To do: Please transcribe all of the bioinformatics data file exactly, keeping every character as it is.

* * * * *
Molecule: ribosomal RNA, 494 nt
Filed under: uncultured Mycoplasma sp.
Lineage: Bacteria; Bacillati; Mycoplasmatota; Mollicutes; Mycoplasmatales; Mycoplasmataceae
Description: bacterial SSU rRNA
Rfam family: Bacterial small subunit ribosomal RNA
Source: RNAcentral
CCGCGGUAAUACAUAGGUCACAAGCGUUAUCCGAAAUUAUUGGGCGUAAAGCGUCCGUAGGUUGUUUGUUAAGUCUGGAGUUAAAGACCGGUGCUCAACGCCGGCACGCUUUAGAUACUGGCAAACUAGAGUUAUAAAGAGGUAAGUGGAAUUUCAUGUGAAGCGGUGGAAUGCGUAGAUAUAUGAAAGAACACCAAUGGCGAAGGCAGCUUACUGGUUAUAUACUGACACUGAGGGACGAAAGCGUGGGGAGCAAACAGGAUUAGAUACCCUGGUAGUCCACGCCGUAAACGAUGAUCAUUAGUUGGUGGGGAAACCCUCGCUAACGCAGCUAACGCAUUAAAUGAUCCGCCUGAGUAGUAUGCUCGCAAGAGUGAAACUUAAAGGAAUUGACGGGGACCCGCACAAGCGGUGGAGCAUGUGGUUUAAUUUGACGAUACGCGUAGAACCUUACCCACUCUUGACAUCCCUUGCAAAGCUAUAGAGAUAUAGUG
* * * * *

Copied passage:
Molecule: ribosomal RNA, 494 nt
Filed under: uncultured Mycoplasma sp.
Lineage: Bacteria; Bacillati; Mycoplasmatota; Mollicutes; Mycoplasmatales; Mycoplasmataceae
Description: bacterial SSU rRNA
Rfam family: Bacterial small subunit ribosomal RNA
Source: RNAcentral
CCGCGGUAAUACAUAGGUCACAAGCGUUAUCCGAAAUUAUUGGGCGUAAAGCGUCCGUAGGUUGUUUGUUAAGUCUGGAGUUAAAGACCGGUGCUCAACGCCGGCACGCUUUAGAUACUGGCAAACUAGAGUUAUAAAGAGGUAAGUGGAAUUUCAUGUGAAGCGGUGGAAUGCGUAGAUAUAUGAAAGAACACCAAUGGCGAAGGCAGCUUACUGGUUAUAUACUGACACUGAGGGACGAAAGCGUGGGGAGCAAACAGGAUUAGAUACCCUGGUAGUCCACGCCGUAAACGAUGAUCAUUAGUUGGUGGGGAAACCCUCGCUAACGCAGCUAACGCAUUAAAUGAUCCGCCUGAGUAGUAUGCUCGCAAGAGUGAAACUUAAAGGAAUUGACGGGGACCCGCACAAGCGGUGGAGCAUGUGGUUUAAUUUGACGAUACGCGUAGAACCUUACCCACUCUUGACAUCCCUUGCAAAGCUAUAGAGAUAUAGUG